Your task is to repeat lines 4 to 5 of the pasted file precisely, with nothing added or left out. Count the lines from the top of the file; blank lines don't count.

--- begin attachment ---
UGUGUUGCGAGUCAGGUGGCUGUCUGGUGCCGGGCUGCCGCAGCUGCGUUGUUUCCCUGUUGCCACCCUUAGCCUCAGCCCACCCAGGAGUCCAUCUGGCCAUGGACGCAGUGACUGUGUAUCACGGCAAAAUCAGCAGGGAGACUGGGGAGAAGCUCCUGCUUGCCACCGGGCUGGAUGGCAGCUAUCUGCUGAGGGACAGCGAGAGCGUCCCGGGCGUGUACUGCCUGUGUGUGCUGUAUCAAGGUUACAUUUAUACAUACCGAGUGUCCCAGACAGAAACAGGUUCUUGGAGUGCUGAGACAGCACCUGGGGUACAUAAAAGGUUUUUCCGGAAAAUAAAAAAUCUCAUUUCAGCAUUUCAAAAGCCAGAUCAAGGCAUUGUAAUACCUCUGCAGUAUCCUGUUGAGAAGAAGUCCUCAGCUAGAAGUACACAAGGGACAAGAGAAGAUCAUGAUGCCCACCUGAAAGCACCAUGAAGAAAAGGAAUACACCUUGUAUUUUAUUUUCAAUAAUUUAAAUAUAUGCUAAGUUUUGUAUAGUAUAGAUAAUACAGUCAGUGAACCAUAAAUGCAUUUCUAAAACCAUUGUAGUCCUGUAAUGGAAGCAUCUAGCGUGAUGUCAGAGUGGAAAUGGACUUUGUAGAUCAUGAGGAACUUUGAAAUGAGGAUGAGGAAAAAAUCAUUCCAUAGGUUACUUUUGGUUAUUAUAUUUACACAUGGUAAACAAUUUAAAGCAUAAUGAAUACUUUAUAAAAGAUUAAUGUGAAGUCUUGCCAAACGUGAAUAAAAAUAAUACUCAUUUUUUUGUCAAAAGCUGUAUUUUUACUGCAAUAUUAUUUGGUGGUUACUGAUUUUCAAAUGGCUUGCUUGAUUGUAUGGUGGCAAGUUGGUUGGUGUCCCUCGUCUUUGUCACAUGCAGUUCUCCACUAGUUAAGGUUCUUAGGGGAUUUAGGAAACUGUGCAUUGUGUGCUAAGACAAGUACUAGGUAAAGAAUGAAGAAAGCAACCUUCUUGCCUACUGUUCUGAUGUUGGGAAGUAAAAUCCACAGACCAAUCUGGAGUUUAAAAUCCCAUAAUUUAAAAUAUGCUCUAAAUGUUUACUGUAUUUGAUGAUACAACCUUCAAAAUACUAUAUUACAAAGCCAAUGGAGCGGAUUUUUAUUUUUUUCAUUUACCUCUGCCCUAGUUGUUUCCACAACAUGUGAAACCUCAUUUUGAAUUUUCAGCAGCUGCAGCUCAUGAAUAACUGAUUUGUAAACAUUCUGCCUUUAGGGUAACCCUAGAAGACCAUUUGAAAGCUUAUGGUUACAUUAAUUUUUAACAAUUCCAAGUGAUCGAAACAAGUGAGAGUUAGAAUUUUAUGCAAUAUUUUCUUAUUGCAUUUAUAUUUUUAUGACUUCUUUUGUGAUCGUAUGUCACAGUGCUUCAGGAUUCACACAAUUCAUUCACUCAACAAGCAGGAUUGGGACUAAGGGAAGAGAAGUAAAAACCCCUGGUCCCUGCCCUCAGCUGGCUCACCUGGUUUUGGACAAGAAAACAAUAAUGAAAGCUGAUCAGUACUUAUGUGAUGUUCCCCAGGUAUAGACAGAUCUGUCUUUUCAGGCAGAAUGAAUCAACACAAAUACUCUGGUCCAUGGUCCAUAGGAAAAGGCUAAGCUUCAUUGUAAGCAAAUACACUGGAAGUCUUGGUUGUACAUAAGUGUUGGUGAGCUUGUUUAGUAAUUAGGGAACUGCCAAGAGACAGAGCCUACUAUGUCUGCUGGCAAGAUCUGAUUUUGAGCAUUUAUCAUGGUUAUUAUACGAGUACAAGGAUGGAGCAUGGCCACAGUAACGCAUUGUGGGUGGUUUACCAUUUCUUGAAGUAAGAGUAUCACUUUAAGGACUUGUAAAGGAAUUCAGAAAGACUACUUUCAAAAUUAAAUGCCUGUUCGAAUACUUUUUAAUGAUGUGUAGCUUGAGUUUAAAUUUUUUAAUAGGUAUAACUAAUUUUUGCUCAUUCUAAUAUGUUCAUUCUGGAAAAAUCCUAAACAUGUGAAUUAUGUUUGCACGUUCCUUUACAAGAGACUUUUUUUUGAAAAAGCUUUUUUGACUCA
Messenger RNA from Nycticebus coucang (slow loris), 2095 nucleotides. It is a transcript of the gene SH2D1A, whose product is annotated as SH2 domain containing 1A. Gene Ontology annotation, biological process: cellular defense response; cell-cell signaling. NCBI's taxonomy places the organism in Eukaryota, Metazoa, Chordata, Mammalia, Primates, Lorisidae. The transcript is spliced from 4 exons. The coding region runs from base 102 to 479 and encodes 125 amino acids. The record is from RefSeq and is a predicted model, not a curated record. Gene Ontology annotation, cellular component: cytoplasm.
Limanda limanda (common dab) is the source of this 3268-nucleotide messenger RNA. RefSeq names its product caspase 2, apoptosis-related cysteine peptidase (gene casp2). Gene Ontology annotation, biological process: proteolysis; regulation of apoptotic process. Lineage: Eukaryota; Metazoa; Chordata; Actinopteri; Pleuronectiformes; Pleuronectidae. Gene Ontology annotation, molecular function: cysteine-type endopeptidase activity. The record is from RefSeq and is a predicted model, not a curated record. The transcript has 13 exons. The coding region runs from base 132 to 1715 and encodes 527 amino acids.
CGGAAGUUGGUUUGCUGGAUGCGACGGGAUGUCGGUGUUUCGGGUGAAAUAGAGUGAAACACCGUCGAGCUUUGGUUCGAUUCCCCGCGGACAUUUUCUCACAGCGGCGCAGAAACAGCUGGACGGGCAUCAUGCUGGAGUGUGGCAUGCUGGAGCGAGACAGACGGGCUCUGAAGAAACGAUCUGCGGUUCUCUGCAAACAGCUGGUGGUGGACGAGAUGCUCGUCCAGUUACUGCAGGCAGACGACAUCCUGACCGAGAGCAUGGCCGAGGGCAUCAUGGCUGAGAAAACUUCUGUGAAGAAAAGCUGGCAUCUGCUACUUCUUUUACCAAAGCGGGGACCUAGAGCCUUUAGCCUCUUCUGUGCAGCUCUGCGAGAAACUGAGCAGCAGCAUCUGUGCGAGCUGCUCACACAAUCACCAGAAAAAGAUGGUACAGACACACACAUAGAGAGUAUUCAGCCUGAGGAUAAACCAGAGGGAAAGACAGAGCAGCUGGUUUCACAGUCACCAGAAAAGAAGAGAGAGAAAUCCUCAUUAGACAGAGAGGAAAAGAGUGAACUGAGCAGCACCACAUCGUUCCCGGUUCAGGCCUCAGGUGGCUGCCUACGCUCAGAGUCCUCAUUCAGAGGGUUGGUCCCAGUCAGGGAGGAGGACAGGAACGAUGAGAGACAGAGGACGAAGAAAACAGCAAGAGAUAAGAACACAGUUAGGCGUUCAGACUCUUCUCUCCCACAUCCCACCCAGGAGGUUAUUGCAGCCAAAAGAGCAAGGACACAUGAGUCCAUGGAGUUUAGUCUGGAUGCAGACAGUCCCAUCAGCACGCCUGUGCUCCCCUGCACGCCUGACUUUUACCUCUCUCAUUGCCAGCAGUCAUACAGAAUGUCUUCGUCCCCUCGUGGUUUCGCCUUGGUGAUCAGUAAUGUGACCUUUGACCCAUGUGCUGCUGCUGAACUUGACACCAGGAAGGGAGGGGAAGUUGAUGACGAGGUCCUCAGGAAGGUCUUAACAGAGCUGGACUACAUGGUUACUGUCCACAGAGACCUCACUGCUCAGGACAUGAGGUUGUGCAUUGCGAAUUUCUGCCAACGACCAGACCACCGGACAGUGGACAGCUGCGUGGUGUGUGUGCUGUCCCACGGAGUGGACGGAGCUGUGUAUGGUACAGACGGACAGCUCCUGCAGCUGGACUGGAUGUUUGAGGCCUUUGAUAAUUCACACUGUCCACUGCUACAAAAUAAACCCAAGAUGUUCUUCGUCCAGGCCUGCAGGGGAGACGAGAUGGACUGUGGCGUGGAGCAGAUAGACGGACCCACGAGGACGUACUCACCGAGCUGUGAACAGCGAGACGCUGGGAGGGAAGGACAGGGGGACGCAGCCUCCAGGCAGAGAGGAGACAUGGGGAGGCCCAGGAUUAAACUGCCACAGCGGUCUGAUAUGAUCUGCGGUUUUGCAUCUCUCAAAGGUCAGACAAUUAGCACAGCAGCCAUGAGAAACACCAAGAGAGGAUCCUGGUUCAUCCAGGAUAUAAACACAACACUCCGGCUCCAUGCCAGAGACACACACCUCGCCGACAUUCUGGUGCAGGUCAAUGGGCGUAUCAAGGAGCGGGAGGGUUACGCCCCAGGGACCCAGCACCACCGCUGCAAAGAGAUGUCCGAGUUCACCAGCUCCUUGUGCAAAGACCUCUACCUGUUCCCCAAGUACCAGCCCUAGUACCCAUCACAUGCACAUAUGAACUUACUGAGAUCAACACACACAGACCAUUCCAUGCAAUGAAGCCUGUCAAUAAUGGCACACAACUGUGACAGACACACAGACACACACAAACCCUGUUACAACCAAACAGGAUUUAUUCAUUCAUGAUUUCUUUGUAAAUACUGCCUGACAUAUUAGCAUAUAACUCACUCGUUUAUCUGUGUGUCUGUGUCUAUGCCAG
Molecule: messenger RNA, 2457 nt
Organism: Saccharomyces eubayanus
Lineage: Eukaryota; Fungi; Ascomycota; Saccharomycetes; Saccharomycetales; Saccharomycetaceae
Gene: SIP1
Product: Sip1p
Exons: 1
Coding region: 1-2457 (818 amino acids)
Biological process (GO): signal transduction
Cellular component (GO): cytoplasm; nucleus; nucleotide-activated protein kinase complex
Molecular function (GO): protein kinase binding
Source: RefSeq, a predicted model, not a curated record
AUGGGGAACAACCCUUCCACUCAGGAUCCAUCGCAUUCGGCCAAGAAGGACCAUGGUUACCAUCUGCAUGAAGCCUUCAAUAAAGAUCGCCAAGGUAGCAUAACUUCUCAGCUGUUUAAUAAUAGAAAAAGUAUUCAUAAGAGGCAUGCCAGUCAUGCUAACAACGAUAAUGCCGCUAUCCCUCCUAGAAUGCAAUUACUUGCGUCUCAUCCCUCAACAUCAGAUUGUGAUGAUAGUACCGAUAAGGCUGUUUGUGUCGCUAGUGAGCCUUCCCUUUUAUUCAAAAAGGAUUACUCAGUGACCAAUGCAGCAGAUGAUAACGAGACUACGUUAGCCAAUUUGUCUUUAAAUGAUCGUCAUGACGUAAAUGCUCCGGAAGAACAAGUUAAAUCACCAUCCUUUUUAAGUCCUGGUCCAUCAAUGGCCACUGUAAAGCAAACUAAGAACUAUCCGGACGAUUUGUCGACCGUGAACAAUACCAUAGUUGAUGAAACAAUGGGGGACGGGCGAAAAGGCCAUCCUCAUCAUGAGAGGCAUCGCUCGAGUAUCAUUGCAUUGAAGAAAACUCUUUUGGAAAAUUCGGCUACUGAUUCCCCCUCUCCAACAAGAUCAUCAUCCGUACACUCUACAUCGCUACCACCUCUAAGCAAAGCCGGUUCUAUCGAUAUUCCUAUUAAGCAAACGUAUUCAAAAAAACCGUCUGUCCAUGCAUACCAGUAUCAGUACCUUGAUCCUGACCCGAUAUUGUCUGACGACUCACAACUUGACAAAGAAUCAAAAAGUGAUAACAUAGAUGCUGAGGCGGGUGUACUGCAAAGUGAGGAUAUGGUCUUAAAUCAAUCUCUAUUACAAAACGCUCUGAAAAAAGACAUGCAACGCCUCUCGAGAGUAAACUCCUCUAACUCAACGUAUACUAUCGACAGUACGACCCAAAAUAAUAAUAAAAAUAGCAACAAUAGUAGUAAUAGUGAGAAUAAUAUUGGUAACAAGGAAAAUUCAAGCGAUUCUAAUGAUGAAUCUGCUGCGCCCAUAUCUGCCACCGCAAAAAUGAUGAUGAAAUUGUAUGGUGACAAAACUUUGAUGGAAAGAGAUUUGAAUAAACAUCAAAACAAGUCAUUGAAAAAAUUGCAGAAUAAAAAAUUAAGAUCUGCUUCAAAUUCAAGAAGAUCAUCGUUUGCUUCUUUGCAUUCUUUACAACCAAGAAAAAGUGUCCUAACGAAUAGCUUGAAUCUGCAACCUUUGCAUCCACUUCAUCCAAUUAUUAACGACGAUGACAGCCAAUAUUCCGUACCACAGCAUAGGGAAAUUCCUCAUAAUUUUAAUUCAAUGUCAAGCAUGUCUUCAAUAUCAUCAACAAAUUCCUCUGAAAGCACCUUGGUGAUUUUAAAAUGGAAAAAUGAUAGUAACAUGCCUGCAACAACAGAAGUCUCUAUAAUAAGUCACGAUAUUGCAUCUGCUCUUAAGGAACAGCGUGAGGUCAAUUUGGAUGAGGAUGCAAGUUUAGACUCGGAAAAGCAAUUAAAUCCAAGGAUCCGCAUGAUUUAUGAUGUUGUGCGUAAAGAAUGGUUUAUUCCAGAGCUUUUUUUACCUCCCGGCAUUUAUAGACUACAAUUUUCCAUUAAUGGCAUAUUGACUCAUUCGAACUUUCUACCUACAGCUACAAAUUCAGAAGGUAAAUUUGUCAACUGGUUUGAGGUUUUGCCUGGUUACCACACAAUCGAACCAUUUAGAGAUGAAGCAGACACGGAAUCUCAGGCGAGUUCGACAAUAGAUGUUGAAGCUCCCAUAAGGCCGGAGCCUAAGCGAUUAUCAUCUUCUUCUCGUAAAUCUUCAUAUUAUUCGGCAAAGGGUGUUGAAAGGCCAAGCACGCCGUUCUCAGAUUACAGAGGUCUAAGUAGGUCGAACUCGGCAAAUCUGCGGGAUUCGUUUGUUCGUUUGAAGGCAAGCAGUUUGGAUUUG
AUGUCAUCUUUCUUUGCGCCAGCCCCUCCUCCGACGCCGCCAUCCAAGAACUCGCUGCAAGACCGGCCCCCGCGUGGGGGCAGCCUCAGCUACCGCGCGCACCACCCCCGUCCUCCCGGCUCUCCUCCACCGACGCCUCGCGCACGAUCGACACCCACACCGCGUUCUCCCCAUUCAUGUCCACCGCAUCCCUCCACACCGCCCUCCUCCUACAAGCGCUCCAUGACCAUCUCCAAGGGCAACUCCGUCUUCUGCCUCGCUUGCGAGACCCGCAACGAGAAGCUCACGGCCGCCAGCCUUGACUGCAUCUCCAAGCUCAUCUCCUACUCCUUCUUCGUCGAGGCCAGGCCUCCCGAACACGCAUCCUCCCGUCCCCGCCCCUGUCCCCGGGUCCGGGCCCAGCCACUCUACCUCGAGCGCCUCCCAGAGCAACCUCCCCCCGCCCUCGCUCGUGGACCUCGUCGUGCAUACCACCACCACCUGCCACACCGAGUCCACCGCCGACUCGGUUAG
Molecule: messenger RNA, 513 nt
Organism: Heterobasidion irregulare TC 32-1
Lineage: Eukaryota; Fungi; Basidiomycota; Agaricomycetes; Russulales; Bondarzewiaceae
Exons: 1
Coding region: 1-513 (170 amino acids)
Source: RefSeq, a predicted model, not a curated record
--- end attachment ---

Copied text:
CGGAAGUUGGUUUGCUGGAUGCGACGGGAUGUCGGUGUUUCGGGUGAAAUAGAGUGAAACACCGUCGAGCUUUGGUUCGAUUCCCCGCGGACAUUUUCUCACAGCGGCGCAGAAACAGCUGGACGGGCAUCAUGCUGGAGUGUGGCAUGCUGGAGCGAGACAGACGGGCUCUGAAGAAACGAUCUGCGGUUCUCUGCAAACAGCUGGUGGUGGACGAGAUGCUCGUCCAGUUACUGCAGGCAGACGACAUCCUGACCGAGAGCAUGGCCGAGGGCAUCAUGGCUGAGAAAACUUCUGUGAAGAAAAGCUGGCAUCUGCUACUUCUUUUACCAAAGCGGGGACCUAGAGCCUUUAGCCUCUUCUGUGCAGCUCUGCGAGAAACUGAGCAGCAGCAUCUGUGCGAGCUGCUCACACAAUCACCAGAAAAAGAUGGUACAGACACACACAUAGAGAGUAUUCAGCCUGAGGAUAAACCAGAGGGAAAGACAGAGCAGCUGGUUUCACAGUCACCAGAAAAGAAGAGAGAGAAAUCCUCAUUAGACAGAGAGGAAAAGAGUGAACUGAGCAGCACCACAUCGUUCCCGGUUCAGGCCUCAGGUGGCUGCCUACGCUCAGAGUCCUCAUUCAGAGGGUUGGUCCCAGUCAGGGAGGAGGACAGGAACGAUGAGAGACAGAGGACGAAGAAAACAGCAAGAGAUAAGAACACAGUUAGGCGUUCAGACUCUUCUCUCCCACAUCCCACCCAGGAGGUUAUUGCAGCCAAAAGAGCAAGGACACAUGAGUCCAUGGAGUUUAGUCUGGAUGCAGACAGUCCCAUCAGCACGCCUGUGCUCCCCUGCACGCCUGACUUUUACCUCUCUCAUUGCCAGCAGUCAUACAGAAUGUCUUCGUCCCCUCGUGGUUUCGCCUUGGUGAUCAGUAAUGUGACCUUUGACCCAUGUGCUGCUGCUGAACUUGACACCAGGAAGGGAGGGGAAGUUGAUGACGAGGUCCUCAGGAAGGUCUUAACAGAGCUGGACUACAUGGUUACUGUCCACAGAGACCUCACUGCUCAGGACAUGAGGUUGUGCAUUGCGAAUUUCUGCCAACGACCAGACCACCGGACAGUGGACAGCUGCGUGGUGUGUGUGCUGUCCCACGGAGUGGACGGAGCUGUGUAUGGUACAGACGGACAGCUCCUGCAGCUGGACUGGAUGUUUGAGGCCUUUGAUAAUUCACACUGUCCACUGCUACAAAAUAAACCCAAGAUGUUCUUCGUCCAGGCCUGCAGGGGAGACGAGAUGGACUGUGGCGUGGAGCAGAUAGACGGACCCACGAGGACGUACUCACCGAGCUGUGAACAGCGAGACGCUGGGAGGGAAGGACAGGGGGACGCAGCCUCCAGGCAGAGAGGAGACAUGGGGAGGCCCAGGAUUAAACUGCCACAGCGGUCUGAUAUGAUCUGCGGUUUUGCAUCUCUCAAAGGUCAGACAAUUAGCACAGCAGCCAUGAGAAACACCAAGAGAGGAUCCUGGUUCAUCCAGGAUAUAAACACAACACUCCGGCUCCAUGCCAGAGACACACACCUCGCCGACAUUCUGGUGCAGGUCAAUGGGCGUAUCAAGGAGCGGGAGGGUUACGCCCCAGGGACCCAGCACCACCGCUGCAAAGAGAUGUCCGAGUUCACCAGCUCCUUGUGCAAAGACCUCUACCUGUUCCCCAAGUACCAGCCCUAGUACCCAUCACAUGCACAUAUGAACUUACUGAGAUCAACACACACAGACCAUUCCAUGCAAUGAAGCCUGUCAAUAAUGGCACACAACUGUGACAGACACACAGACACACACAAACCCUGUUACAACCAAACAGGAUUUAUUCAUUCAUGAUUUCUUUGUAAAUACUGCCUGACAUAUUAGCAUAUAACUCACUCGUUUAUCUGUGUGUCUGUGUCUAUGCCAG
Molecule: messenger RNA, 2457 nt